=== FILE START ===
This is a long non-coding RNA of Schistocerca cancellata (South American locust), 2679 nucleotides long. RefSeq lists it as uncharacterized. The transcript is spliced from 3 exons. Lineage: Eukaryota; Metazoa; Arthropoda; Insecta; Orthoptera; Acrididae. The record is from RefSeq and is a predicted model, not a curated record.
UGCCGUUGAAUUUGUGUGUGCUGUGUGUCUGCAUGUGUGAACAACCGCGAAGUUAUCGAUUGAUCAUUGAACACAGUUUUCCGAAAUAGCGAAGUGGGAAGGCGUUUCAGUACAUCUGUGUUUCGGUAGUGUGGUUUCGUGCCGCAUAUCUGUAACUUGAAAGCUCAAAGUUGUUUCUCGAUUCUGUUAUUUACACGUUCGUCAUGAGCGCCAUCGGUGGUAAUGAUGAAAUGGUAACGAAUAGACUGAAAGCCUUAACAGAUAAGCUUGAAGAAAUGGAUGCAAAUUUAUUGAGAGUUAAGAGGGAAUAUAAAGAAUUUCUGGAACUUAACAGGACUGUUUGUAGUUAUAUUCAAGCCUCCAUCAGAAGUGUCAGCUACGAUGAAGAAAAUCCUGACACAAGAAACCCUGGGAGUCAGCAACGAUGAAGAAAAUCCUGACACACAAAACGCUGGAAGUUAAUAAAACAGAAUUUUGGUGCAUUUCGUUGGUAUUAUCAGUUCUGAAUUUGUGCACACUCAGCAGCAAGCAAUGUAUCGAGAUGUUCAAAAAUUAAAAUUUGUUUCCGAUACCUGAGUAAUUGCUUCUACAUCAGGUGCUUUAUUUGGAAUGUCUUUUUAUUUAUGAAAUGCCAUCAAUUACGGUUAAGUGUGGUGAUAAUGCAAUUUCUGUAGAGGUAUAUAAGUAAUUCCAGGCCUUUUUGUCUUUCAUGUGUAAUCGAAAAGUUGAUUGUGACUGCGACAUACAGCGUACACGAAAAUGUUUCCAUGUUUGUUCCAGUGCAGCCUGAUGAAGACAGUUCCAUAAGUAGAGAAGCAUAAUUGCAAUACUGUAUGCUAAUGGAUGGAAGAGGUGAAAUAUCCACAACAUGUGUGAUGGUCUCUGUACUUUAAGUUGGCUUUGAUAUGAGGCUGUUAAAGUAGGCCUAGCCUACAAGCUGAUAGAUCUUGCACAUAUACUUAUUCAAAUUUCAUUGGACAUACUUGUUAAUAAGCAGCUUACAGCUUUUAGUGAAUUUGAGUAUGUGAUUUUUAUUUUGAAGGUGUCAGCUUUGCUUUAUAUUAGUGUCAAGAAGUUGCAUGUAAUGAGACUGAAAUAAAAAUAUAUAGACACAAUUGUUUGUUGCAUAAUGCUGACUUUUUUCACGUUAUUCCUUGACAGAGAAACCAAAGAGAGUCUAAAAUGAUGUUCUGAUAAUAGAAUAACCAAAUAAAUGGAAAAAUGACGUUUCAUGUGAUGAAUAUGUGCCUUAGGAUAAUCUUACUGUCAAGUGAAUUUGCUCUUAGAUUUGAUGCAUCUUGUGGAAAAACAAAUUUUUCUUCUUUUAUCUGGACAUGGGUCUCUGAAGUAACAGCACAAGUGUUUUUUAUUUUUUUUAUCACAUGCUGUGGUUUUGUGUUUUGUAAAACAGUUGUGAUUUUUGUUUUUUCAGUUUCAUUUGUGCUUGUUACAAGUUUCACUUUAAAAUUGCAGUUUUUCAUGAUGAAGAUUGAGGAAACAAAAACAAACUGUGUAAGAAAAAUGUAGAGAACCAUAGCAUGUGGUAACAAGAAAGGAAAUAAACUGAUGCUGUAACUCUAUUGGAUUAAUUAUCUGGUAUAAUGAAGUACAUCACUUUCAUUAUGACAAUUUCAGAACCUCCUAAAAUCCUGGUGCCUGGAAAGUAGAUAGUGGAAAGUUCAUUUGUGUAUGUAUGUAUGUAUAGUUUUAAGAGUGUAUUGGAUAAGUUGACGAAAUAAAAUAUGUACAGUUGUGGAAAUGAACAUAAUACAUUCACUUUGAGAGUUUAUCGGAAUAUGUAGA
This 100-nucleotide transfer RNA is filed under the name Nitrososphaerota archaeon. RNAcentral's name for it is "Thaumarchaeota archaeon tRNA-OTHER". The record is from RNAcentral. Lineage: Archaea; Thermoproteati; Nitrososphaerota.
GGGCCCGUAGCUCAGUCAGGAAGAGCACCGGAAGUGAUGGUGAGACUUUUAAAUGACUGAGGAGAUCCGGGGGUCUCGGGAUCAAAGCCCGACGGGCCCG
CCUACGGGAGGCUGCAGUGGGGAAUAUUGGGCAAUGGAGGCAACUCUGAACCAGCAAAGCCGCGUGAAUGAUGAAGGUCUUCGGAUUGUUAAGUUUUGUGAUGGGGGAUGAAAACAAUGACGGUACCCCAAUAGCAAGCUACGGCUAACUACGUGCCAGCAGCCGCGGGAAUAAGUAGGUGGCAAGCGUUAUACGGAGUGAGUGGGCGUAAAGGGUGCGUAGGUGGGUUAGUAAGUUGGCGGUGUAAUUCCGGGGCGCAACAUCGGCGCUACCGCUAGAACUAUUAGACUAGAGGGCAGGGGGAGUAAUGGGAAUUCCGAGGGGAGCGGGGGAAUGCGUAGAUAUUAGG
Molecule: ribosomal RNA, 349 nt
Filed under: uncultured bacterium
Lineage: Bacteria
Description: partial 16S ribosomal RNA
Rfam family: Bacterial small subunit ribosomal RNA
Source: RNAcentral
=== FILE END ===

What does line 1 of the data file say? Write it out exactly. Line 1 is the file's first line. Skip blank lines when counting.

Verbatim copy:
This is a long non-coding RNA of Schistocerca cancellata (South American locust), 2679 nucleotides long. RefSeq lists it as uncharacterized. The transcript is spliced from 3 exons. Lineage: Eukaryota; Metazoa; Arthropoda; Insecta; Orthoptera; Acrididae. The record is from RefSeq and is a predicted model, not a curated record.